In addition, we used edmodo.com as a place for students to interact directly. I taught digital and global citizenship, collaboration, and technology while we worked online.  Schools participated on different levels and to different degrees, so I used that to frame my collaborative connections.

I chose Using Data to Understand the World in this example, but this can be done with any global project. So far this  year, we have worked with iEARN and Flat Classroom, and through kidblog.org. This individualization can be done with any project, so start small. Also, take advantage of the other teachers out there. Educators that are online in global projects are  there to mentor and help as well. There is an amazing network of teachers online that welcome questions with open arms, so don’t be shy! Professional generosity is abundant. Jump in!

Here are some great places to start:

iEARN

Flat Classroom

Global Classroom

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I can’t do That! Sure you can…

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As we start the school year and online projects, I’m reminded that incorporating the richness of global collaboration into my curriculum has been a gradual process. The whole process seemed more daunting when I first started, but there are so many people and organizations willing to help make it a real possibility for you and your students. There is no end to the Professional Generosity, a phrase Lucy Gray describes in her TedxTalk, available within the global education community.

In my class last week, after our mixed-class small group meetings, Lisa Parisi instructed both of our classes on fact checking and how to cite sources for their collaborative Google docs. That may not seem unusual, but it was all done on Skype, and  Lisa’s class was in Long Island, New York and we were in Geneva, Illinois. We are working collaboratively on a geography unit called Natural Disasters and Us.  This is a complex project involving research, documenting, writing, communicating online and on Skype, and finally the creation of community prototypes that are designed to withstand specific natural disasters.

Lisa and I are able to spend time in each other’s classrooms to learn together as we co-teach. We can be mentors and advisers to one another. She has influenced my teaching greatly. All that, and I have never actually seen Lisa in person. A couple years ago, I could never have envisioned myself doing such a complicated interdisciplinary unit outside of my own four walls. This didn’t happen overnight. I was able to do this little by little with some amazing help.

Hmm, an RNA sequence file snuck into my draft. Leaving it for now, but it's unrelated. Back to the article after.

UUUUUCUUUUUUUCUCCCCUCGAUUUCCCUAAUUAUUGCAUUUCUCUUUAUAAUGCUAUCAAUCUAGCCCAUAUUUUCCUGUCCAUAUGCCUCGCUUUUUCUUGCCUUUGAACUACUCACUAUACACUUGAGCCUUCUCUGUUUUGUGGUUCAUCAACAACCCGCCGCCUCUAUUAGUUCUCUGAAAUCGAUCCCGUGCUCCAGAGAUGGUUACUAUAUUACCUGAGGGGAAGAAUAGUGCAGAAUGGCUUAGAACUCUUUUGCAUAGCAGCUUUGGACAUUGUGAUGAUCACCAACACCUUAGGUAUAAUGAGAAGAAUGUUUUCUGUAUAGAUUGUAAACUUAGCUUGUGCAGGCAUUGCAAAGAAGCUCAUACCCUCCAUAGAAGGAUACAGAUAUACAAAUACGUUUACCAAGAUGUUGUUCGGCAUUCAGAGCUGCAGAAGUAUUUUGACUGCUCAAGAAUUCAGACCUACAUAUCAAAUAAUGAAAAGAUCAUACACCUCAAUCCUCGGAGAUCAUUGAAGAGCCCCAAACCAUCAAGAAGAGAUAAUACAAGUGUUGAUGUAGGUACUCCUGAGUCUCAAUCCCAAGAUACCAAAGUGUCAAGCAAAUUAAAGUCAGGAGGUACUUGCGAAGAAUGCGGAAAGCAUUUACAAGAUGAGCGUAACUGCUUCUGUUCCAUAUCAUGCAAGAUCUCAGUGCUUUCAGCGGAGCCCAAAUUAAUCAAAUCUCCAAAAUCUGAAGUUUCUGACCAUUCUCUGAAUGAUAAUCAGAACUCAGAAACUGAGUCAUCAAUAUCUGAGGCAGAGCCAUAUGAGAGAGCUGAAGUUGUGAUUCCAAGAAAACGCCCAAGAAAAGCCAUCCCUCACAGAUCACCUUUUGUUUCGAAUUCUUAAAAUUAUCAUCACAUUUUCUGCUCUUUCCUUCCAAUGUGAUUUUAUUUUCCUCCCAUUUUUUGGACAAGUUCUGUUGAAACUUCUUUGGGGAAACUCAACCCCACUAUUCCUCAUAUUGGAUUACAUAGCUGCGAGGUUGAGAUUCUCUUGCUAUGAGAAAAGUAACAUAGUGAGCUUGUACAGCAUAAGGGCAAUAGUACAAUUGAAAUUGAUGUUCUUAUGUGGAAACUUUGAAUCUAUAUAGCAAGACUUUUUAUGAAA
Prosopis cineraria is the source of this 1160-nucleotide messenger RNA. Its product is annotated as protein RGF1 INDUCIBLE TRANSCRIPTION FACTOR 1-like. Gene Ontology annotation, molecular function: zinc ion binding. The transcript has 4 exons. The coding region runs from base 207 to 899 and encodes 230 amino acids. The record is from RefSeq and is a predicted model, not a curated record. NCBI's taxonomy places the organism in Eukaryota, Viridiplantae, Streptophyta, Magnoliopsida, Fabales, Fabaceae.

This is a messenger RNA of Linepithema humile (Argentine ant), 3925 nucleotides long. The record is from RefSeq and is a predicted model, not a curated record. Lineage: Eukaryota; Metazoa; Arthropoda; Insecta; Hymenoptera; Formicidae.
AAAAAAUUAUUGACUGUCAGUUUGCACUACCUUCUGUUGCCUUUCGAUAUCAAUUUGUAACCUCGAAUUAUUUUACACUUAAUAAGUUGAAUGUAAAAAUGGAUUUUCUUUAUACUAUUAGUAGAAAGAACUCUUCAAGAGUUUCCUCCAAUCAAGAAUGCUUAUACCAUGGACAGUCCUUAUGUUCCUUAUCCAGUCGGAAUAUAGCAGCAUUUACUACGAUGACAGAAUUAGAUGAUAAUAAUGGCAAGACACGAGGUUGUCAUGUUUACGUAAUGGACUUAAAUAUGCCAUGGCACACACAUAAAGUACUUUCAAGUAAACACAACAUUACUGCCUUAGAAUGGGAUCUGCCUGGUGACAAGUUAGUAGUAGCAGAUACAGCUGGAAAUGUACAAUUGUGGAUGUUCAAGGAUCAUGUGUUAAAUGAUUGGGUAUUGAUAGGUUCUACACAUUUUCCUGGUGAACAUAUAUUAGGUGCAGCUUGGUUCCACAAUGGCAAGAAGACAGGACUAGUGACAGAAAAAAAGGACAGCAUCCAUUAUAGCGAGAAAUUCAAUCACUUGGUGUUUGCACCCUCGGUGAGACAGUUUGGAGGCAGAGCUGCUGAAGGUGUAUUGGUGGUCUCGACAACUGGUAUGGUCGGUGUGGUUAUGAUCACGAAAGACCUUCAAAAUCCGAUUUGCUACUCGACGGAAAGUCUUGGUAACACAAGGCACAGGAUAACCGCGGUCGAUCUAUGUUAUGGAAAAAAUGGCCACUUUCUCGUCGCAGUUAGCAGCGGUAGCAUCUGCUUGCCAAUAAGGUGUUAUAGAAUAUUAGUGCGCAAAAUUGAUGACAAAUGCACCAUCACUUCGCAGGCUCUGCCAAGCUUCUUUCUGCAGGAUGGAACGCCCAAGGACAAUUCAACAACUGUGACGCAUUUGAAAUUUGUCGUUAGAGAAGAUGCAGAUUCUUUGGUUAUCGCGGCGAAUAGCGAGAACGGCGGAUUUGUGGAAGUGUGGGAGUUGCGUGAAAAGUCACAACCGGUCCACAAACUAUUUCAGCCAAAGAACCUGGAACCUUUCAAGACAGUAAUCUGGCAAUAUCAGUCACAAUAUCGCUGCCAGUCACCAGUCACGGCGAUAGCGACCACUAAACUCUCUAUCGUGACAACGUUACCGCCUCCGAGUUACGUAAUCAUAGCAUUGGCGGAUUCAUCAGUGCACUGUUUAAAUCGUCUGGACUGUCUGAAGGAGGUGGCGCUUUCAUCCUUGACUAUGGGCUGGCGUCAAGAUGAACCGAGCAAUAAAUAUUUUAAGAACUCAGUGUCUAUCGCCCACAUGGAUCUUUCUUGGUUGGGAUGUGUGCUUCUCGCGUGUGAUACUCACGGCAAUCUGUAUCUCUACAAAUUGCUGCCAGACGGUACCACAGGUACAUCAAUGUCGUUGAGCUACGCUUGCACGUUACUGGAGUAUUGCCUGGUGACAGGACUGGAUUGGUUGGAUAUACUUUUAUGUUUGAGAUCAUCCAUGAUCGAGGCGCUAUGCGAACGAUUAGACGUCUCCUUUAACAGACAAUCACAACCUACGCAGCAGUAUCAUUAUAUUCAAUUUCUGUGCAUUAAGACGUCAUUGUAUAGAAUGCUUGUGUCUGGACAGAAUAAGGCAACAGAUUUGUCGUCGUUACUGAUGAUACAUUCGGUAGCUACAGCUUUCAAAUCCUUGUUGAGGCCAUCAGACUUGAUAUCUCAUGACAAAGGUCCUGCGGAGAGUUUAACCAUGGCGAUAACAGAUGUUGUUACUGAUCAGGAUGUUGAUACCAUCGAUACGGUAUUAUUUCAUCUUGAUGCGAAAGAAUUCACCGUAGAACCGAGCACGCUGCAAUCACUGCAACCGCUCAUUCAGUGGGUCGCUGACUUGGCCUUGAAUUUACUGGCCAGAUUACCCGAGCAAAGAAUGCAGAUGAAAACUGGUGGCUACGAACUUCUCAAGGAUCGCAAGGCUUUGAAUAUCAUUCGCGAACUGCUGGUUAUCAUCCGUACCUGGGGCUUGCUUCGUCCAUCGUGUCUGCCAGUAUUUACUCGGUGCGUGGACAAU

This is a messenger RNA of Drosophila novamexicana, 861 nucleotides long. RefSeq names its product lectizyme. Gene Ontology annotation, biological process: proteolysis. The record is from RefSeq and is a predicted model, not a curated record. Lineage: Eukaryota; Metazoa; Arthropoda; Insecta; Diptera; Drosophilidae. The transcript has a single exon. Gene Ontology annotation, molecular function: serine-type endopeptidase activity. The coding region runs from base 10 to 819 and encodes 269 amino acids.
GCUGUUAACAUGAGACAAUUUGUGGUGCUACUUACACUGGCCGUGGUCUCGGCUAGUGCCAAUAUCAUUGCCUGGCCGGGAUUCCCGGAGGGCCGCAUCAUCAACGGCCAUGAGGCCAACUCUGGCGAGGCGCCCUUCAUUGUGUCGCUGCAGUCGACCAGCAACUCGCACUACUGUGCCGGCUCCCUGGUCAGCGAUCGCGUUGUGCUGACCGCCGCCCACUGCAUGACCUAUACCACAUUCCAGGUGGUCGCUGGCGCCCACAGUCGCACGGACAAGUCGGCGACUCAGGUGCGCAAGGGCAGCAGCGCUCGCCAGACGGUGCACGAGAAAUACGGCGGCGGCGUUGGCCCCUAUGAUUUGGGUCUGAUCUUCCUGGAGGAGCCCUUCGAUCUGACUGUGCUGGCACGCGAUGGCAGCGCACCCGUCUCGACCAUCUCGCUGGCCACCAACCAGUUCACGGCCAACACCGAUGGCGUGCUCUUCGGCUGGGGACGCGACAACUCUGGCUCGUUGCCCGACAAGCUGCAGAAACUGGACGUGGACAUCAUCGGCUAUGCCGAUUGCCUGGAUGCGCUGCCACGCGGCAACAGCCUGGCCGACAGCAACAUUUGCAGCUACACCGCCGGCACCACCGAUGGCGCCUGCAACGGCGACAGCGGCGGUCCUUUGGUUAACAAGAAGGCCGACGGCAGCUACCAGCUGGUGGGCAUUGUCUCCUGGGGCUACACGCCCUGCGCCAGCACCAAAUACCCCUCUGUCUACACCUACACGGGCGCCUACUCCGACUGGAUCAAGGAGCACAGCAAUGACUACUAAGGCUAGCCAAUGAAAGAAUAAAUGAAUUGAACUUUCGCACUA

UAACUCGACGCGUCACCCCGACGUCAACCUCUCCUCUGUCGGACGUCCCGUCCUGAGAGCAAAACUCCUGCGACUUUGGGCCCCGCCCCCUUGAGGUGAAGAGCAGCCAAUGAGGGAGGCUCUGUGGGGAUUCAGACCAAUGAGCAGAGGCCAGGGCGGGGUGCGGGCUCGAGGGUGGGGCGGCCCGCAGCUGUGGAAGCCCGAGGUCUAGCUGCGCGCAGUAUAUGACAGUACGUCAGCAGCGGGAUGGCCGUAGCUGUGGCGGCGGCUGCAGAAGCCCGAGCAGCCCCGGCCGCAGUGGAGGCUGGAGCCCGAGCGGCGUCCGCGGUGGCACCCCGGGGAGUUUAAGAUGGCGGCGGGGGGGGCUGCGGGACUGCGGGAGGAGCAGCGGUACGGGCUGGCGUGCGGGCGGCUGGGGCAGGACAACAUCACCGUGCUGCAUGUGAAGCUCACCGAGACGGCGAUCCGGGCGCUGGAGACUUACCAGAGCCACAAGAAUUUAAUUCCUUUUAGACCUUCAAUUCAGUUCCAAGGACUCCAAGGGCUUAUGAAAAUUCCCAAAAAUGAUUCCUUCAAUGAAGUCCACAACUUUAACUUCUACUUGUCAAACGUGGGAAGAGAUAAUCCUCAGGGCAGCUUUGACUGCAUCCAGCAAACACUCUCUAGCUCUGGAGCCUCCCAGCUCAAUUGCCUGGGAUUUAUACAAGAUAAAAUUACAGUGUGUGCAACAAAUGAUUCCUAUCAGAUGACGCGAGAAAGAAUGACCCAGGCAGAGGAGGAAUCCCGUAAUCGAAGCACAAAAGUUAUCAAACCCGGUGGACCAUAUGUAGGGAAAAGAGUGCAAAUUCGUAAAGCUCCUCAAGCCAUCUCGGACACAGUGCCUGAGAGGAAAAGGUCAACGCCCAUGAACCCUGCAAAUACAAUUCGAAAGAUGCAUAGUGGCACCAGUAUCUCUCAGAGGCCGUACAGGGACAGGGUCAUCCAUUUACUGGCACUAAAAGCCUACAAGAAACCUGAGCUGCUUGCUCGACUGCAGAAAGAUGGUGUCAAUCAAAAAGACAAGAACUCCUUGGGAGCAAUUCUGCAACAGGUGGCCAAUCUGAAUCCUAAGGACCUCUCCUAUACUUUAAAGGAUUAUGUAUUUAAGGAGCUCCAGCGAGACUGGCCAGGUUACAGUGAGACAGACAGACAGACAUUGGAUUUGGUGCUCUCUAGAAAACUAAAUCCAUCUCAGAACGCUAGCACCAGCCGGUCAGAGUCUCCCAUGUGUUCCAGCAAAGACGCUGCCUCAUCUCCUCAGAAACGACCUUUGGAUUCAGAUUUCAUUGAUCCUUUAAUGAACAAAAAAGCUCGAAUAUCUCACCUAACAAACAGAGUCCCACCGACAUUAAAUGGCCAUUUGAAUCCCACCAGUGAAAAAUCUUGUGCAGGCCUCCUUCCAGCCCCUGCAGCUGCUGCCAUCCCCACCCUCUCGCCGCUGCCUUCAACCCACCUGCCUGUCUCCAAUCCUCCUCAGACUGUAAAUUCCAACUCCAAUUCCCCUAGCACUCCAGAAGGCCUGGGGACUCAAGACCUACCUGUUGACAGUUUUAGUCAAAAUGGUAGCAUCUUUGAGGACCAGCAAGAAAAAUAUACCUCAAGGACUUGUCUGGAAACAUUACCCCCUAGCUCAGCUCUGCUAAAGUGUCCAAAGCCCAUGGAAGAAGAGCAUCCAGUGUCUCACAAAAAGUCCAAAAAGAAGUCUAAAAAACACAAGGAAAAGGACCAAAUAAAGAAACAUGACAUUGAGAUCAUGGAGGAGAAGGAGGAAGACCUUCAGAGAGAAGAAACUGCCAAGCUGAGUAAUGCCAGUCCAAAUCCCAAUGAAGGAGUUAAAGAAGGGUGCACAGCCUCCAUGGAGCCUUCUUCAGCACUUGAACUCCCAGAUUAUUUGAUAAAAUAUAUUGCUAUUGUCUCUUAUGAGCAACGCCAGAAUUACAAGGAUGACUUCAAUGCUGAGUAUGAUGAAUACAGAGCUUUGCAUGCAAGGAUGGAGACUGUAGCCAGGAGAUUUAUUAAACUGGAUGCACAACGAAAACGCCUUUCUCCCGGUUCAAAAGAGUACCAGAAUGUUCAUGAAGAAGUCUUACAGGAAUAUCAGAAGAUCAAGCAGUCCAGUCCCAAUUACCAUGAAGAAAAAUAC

My first exposure was a pilot global project, A week in the Life, a Flat Classroom Project, and at that point, I had to ask my then principal , Dr. Barrett, what a Web 2.0 tool was. The Flat Classroom teachers in that project patiently walked me step by step to not only a successful outcome, but a toolbox filled with web 2.0 savvy.  Next came my first iEARN project, the Holiday Card Exchange, involving another group of amazing teachers to learn from and with.  Many of us are still in contact doing projects together and sharing information.  iEARN’s motto is Learning with the world, not just about it… and that is true in every sense.

I cannot stress enough the value these interactions hold. The available growth as educators is nothing short of amazing. Opportunities to learn from teachers all around the world, with varying educational cultures and climates….and with different background knowledge… has added a dimension to my teaching that could be gained no other way.

If I can be the teacher in the first paragraph, so can you. All it takes is a gentle guiding hand to lead the way. You can find that in iEARN or the Flat Classroom, as well as many other wonderful organizations.

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Professional Generosity

As part of Connected Educators Month, I sat in on “The Sun Never Sets”, a panel discussion about global connected education trends and how educators around the world can help each other improve practice, with panelists Ed Gragert, Lucy GrayVicki DavisJulie Lindsay, and Anne MirtschinSteve Hargadon was moderating.